Depending on where you live, you may be hearing all of your runner friends talking about training for one marathon or another. You may be interested in signing up or simply wonder what goes into training to run 26.2 miles in one go.
A marathon is not something to be taken up lightly, even seasoned marathon runners know, that proper training is necessary for success, the goal, after all, is to complete your 26.2 miles injury free. A marathon is a whole different bag of tricks than your daily run through the park or along the lake. A marathon is an event, and it takes serious, dedicated training.
It is not uncommon for a runner to start training for a marathon, 20 or more weeks before the race. Your body will need time to adjust to the increasing distance, and you will need to leave plenty of rest days in your schedule to allow your body to recover from your workouts properly.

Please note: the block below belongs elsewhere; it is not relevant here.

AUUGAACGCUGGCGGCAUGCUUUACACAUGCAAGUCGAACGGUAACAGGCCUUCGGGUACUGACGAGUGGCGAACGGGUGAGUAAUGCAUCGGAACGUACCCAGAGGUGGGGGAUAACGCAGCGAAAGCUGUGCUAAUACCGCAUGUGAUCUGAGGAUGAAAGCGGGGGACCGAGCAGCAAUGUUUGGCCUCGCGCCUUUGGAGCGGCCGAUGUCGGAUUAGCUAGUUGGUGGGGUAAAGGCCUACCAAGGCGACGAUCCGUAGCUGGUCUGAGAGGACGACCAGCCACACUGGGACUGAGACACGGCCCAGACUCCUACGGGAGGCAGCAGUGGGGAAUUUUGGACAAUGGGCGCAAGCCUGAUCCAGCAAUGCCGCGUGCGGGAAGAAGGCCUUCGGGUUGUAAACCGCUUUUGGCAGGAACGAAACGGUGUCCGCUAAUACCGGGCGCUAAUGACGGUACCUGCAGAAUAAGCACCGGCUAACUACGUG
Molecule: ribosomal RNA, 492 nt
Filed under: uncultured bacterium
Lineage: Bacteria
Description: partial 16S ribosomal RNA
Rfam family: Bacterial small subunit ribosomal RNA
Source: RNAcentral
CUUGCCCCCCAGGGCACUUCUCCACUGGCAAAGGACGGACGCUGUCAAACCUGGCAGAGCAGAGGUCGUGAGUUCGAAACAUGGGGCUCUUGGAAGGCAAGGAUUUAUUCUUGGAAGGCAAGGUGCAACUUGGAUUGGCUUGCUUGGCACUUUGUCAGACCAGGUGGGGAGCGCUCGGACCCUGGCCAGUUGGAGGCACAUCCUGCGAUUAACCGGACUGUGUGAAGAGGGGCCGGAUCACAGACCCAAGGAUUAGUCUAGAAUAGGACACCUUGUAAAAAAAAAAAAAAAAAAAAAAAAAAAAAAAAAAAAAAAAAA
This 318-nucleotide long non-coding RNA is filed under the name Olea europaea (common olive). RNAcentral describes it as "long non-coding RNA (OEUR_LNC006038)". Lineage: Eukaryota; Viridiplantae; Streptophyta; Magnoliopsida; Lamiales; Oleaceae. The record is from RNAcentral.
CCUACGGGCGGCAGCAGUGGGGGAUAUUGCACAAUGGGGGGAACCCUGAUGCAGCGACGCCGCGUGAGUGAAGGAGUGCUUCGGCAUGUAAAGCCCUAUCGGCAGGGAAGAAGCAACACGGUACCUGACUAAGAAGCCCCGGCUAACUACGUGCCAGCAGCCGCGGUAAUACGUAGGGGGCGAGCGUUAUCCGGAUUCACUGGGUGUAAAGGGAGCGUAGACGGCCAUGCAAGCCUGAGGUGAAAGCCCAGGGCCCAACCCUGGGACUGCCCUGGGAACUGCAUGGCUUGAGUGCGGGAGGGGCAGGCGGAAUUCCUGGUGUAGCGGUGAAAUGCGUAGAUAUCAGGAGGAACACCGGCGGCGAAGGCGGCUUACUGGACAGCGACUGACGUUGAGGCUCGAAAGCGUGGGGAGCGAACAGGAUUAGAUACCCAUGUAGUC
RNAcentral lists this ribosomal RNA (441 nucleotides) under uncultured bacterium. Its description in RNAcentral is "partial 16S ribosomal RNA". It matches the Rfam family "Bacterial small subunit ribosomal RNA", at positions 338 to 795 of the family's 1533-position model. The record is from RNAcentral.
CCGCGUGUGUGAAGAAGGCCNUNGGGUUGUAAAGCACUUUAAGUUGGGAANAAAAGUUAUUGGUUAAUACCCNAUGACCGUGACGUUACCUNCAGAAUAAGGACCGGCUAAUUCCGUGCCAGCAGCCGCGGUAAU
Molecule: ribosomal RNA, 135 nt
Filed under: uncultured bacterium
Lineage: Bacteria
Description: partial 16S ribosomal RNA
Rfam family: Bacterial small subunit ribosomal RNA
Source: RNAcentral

Every new runner starts out excited to run every day, but that burns your body out, especially when you are continuing to add distance and speed to your runs. Your body needs recovery days, plain and simple. Training advice from REI recommends only 3-5 runs per week giving your body at least two recovery days each week. While you will maintain your running frequency during your training program, you will build up your distance with each passing week or even every run.
Many people wonder how fast they should be running while training. While you may be looking to complete the marathon in a particular time frame, remember, this is not a sprint. Most of your runs during training will be a comfortable pace. What exactly does that mean? According to REI training advice, at a comfortable pace, you can maintain a conversation.
Do a little research, grab a buddy and get out for a run. It is important to hydrate on your runs, but as with everything do not over do it, over-hydrating can be as bad as under hydrating. Always wear SPF when running outdoors.
If you find your running shoes getting too stinky during training, deodorize them with StinkBOSS!